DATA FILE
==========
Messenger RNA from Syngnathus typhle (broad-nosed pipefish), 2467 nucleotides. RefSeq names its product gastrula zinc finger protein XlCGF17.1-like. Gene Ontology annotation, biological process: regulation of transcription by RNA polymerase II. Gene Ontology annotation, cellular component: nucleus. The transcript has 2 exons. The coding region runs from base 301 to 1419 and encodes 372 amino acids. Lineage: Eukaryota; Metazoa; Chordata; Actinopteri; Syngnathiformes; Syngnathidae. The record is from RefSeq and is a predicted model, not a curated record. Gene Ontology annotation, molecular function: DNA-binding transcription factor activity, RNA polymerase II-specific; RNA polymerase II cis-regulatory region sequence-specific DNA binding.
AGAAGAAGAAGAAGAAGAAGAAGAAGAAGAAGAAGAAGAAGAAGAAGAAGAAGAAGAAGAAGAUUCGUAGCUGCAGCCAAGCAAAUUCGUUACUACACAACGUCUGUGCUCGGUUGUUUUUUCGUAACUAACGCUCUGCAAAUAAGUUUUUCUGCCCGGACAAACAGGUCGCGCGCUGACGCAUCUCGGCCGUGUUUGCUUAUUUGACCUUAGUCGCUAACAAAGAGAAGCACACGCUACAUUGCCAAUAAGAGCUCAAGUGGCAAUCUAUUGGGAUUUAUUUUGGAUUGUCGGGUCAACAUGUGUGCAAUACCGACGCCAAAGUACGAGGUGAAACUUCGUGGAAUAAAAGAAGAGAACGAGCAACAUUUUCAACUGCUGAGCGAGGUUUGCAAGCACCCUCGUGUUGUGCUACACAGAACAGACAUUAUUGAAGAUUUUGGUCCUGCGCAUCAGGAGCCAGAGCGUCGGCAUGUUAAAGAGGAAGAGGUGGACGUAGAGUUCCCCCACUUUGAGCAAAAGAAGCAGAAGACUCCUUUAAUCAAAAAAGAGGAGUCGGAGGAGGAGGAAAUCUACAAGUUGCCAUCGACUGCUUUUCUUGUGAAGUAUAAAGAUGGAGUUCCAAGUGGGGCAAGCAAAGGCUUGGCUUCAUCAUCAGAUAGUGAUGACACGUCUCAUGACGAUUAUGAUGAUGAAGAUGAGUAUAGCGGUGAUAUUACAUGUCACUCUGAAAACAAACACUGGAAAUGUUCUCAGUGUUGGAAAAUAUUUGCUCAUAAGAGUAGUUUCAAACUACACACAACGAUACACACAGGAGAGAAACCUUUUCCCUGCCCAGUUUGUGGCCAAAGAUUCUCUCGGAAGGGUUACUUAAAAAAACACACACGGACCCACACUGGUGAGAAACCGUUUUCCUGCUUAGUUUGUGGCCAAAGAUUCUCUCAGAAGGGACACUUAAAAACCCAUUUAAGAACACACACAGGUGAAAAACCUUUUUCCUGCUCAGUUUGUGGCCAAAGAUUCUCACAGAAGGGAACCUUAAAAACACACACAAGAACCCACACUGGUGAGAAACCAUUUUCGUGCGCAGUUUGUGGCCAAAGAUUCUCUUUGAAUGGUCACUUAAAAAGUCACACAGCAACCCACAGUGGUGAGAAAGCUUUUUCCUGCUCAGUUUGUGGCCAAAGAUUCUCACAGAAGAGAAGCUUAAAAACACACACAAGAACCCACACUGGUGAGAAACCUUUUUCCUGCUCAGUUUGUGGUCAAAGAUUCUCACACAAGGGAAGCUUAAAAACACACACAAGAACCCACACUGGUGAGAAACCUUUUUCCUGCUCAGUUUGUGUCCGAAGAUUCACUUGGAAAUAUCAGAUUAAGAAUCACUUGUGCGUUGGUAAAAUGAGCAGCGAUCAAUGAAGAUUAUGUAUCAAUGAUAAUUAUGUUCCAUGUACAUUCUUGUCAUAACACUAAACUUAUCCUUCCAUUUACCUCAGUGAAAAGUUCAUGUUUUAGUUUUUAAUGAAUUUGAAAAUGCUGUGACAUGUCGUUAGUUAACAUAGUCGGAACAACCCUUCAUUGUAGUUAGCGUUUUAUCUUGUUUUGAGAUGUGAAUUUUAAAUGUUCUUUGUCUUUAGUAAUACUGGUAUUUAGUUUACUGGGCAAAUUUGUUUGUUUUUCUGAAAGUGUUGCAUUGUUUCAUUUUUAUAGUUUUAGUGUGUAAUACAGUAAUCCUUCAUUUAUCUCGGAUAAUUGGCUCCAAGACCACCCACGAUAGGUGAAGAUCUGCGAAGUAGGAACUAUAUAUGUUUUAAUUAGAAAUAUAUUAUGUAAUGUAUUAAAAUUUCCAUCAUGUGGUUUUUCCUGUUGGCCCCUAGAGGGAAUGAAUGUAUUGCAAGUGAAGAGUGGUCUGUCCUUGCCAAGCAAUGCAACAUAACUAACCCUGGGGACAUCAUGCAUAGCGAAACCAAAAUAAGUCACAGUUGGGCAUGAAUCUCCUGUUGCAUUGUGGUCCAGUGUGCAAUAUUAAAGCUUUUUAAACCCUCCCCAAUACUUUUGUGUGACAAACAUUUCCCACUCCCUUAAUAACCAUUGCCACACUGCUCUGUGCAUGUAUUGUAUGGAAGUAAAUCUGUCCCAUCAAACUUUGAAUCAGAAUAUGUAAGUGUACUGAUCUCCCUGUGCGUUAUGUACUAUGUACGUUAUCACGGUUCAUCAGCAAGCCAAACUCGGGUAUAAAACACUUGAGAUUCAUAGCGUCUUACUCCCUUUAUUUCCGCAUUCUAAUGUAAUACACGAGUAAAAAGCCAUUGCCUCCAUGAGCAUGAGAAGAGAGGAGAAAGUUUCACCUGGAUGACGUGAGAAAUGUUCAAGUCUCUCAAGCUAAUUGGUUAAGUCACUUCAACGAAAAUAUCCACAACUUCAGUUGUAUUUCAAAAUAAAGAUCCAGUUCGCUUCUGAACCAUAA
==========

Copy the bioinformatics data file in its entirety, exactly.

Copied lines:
Messenger RNA from Syngnathus typhle (broad-nosed pipefish), 2467 nucleotides. RefSeq names its product gastrula zinc finger protein XlCGF17.1-like. Gene Ontology annotation, biological process: regulation of transcription by RNA polymerase II. Gene Ontology annotation, cellular component: nucleus. The transcript has 2 exons. The coding region runs from base 301 to 1419 and encodes 372 amino acids. Lineage: Eukaryota; Metazoa; Chordata; Actinopteri; Syngnathiformes; Syngnathidae. The record is from RefSeq and is a predicted model, not a curated record. Gene Ontology annotation, molecular function: DNA-binding transcription factor activity, RNA polymerase II-specific; RNA polymerase II cis-regulatory region sequence-specific DNA binding.
AGAAGAAGAAGAAGAAGAAGAAGAAGAAGAAGAAGAAGAAGAAGAAGAAGAAGAAGAAGAAGAUUCGUAGCUGCAGCCAAGCAAAUUCGUUACUACACAACGUCUGUGCUCGGUUGUUUUUUCGUAACUAACGCUCUGCAAAUAAGUUUUUCUGCCCGGACAAACAGGUCGCGCGCUGACGCAUCUCGGCCGUGUUUGCUUAUUUGACCUUAGUCGCUAACAAAGAGAAGCACACGCUACAUUGCCAAUAAGAGCUCAAGUGGCAAUCUAUUGGGAUUUAUUUUGGAUUGUCGGGUCAACAUGUGUGCAAUACCGACGCCAAAGUACGAGGUGAAACUUCGUGGAAUAAAAGAAGAGAACGAGCAACAUUUUCAACUGCUGAGCGAGGUUUGCAAGCACCCUCGUGUUGUGCUACACAGAACAGACAUUAUUGAAGAUUUUGGUCCUGCGCAUCAGGAGCCAGAGCGUCGGCAUGUUAAAGAGGAAGAGGUGGACGUAGAGUUCCCCCACUUUGAGCAAAAGAAGCAGAAGACUCCUUUAAUCAAAAAAGAGGAGUCGGAGGAGGAGGAAAUCUACAAGUUGCCAUCGACUGCUUUUCUUGUGAAGUAUAAAGAUGGAGUUCCAAGUGGGGCAAGCAAAGGCUUGGCUUCAUCAUCAGAUAGUGAUGACACGUCUCAUGACGAUUAUGAUGAUGAAGAUGAGUAUAGCGGUGAUAUUACAUGUCACUCUGAAAACAAACACUGGAAAUGUUCUCAGUGUUGGAAAAUAUUUGCUCAUAAGAGUAGUUUCAAACUACACACAACGAUACACACAGGAGAGAAACCUUUUCCCUGCCCAGUUUGUGGCCAAAGAUUCUCUCGGAAGGGUUACUUAAAAAAACACACACGGACCCACACUGGUGAGAAACCGUUUUCCUGCUUAGUUUGUGGCCAAAGAUUCUCUCAGAAGGGACACUUAAAAACCCAUUUAAGAACACACACAGGUGAAAAACCUUUUUCCUGCUCAGUUUGUGGCCAAAGAUUCUCACAGAAGGGAACCUUAAAAACACACACAAGAACCCACACUGGUGAGAAACCAUUUUCGUGCGCAGUUUGUGGCCAAAGAUUCUCUUUGAAUGGUCACUUAAAAAGUCACACAGCAACCCACAGUGGUGAGAAAGCUUUUUCCUGCUCAGUUUGUGGCCAAAGAUUCUCACAGAAGAGAAGCUUAAAAACACACACAAGAACCCACACUGGUGAGAAACCUUUUUCCUGCUCAGUUUGUGGUCAAAGAUUCUCACACAAGGGAAGCUUAAAAACACACACAAGAACCCACACUGGUGAGAAACCUUUUUCCUGCUCAGUUUGUGUCCGAAGAUUCACUUGGAAAUAUCAGAUUAAGAAUCACUUGUGCGUUGGUAAAAUGAGCAGCGAUCAAUGAAGAUUAUGUAUCAAUGAUAAUUAUGUUCCAUGUACAUUCUUGUCAUAACACUAAACUUAUCCUUCCAUUUACCUCAGUGAAAAGUUCAUGUUUUAGUUUUUAAUGAAUUUGAAAAUGCUGUGACAUGUCGUUAGUUAACAUAGUCGGAACAACCCUUCAUUGUAGUUAGCGUUUUAUCUUGUUUUGAGAUGUGAAUUUUAAAUGUUCUUUGUCUUUAGUAAUACUGGUAUUUAGUUUACUGGGCAAAUUUGUUUGUUUUUCUGAAAGUGUUGCAUUGUUUCAUUUUUAUAGUUUUAGUGUGUAAUACAGUAAUCCUUCAUUUAUCUCGGAUAAUUGGCUCCAAGACCACCCACGAUAGGUGAAGAUCUGCGAAGUAGGAACUAUAUAUGUUUUAAUUAGAAAUAUAUUAUGUAAUGUAUUAAAAUUUCCAUCAUGUGGUUUUUCCUGUUGGCCCCUAGAGGGAAUGAAUGUAUUGCAAGUGAAGAGUGGUCUGUCCUUGCCAAGCAAUGCAACAUAACUAACCCUGGGGACAUCAUGCAUAGCGAAACCAAAAUAAGUCACAGUUGGGCAUGAAUCUCCUGUUGCAUUGUGGUCCAGUGUGCAAUAUUAAAGCUUUUUAAACCCUCCCCAAUACUUUUGUGUGACAAACAUUUCCCACUCCCUUAAUAACCAUUGCCACACUGCUCUGUGCAUGUAUUGUAUGGAAGUAAAUCUGUCCCAUCAAACUUUGAAUCAGAAUAUGUAAGUGUACUGAUCUCCCUGUGCGUUAUGUACUAUGUACGUUAUCACGGUUCAUCAGCAAGCCAAACUCGGGUAUAAAACACUUGAGAUUCAUAGCGUCUUACUCCCUUUAUUUCCGCAUUCUAAUGUAAUACACGAGUAAAAAGCCAUUGCCUCCAUGAGCAUGAGAAGAGAGGAGAAAGUUUCACCUGGAUGACGUGAGAAAUGUUCAAGUCUCUCAAGCUAAUUGGUUAAGUCACUUCAACGAAAAUAUCCACAACUUCAGUUGUAUUUCAAAAUAAAGAUCCAGUUCGCUUCUGAACCAUAA